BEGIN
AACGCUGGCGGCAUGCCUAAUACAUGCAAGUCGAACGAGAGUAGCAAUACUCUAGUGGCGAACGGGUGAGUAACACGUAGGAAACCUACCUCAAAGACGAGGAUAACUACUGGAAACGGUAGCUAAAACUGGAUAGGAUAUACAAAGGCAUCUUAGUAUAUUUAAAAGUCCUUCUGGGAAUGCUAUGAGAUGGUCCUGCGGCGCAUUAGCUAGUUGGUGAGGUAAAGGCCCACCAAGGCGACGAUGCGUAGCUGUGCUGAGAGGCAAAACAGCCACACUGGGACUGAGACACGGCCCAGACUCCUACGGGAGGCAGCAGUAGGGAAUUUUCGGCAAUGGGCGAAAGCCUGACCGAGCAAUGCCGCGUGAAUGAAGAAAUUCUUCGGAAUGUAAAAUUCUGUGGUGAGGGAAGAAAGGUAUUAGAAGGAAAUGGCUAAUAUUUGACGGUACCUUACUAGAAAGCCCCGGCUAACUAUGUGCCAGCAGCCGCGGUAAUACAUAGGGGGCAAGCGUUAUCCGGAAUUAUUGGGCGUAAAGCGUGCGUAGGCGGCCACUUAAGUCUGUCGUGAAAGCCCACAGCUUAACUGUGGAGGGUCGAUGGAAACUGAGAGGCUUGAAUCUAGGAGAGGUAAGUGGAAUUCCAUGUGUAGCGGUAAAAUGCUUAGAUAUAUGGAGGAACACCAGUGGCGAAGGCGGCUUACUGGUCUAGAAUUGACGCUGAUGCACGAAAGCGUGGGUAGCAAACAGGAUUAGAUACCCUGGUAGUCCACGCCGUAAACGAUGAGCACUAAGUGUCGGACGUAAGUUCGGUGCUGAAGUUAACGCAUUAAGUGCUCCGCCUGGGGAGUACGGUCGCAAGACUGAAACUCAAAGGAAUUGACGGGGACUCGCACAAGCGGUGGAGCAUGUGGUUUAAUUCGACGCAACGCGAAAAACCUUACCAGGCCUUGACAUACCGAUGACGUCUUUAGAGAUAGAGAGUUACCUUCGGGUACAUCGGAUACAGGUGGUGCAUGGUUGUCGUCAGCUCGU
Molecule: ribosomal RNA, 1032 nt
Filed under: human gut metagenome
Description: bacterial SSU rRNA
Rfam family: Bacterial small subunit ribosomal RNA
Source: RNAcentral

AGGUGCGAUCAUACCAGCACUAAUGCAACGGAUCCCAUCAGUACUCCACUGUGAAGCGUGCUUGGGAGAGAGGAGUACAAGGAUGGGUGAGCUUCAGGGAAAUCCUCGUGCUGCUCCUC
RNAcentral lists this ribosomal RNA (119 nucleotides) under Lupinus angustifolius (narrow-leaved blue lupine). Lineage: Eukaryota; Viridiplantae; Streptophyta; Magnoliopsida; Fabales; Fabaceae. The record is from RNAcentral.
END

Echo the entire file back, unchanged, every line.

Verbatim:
AACGCUGGCGGCAUGCCUAAUACAUGCAAGUCGAACGAGAGUAGCAAUACUCUAGUGGCGAACGGGUGAGUAACACGUAGGAAACCUACCUCAAAGACGAGGAUAACUACUGGAAACGGUAGCUAAAACUGGAUAGGAUAUACAAAGGCAUCUUAGUAUAUUUAAAAGUCCUUCUGGGAAUGCUAUGAGAUGGUCCUGCGGCGCAUUAGCUAGUUGGUGAGGUAAAGGCCCACCAAGGCGACGAUGCGUAGCUGUGCUGAGAGGCAAAACAGCCACACUGGGACUGAGACACGGCCCAGACUCCUACGGGAGGCAGCAGUAGGGAAUUUUCGGCAAUGGGCGAAAGCCUGACCGAGCAAUGCCGCGUGAAUGAAGAAAUUCUUCGGAAUGUAAAAUUCUGUGGUGAGGGAAGAAAGGUAUUAGAAGGAAAUGGCUAAUAUUUGACGGUACCUUACUAGAAAGCCCCGGCUAACUAUGUGCCAGCAGCCGCGGUAAUACAUAGGGGGCAAGCGUUAUCCGGAAUUAUUGGGCGUAAAGCGUGCGUAGGCGGCCACUUAAGUCUGUCGUGAAAGCCCACAGCUUAACUGUGGAGGGUCGAUGGAAACUGAGAGGCUUGAAUCUAGGAGAGGUAAGUGGAAUUCCAUGUGUAGCGGUAAAAUGCUUAGAUAUAUGGAGGAACACCAGUGGCGAAGGCGGCUUACUGGUCUAGAAUUGACGCUGAUGCACGAAAGCGUGGGUAGCAAACAGGAUUAGAUACCCUGGUAGUCCACGCCGUAAACGAUGAGCACUAAGUGUCGGACGUAAGUUCGGUGCUGAAGUUAACGCAUUAAGUGCUCCGCCUGGGGAGUACGGUCGCAAGACUGAAACUCAAAGGAAUUGACGGGGACUCGCACAAGCGGUGGAGCAUGUGGUUUAAUUCGACGCAACGCGAAAAACCUUACCAGGCCUUGACAUACCGAUGACGUCUUUAGAGAUAGAGAGUUACCUUCGGGUACAUCGGAUACAGGUGGUGCAUGGUUGUCGUCAGCUCGU
Molecule: ribosomal RNA, 1032 nt
Filed under: human gut metagenome
Description: bacterial SSU rRNA
Rfam family: Bacterial small subunit ribosomal RNA
Source: RNAcentral

AGGUGCGAUCAUACCAGCACUAAUGCAACGGAUCCCAUCAGUACUCCACUGUGAAGCGUGCUUGGGAGAGAGGAGUACAAGGAUGGGUGAGCUUCAGGGAAAUCCUCGUGCUGCUCCUC
RNAcentral lists this ribosomal RNA (119 nucleotides) under Lupinus angustifolius (narrow-leaved blue lupine). Lineage: Eukaryota; Viridiplantae; Streptophyta; Magnoliopsida; Fabales; Fabaceae. The record is from RNAcentral.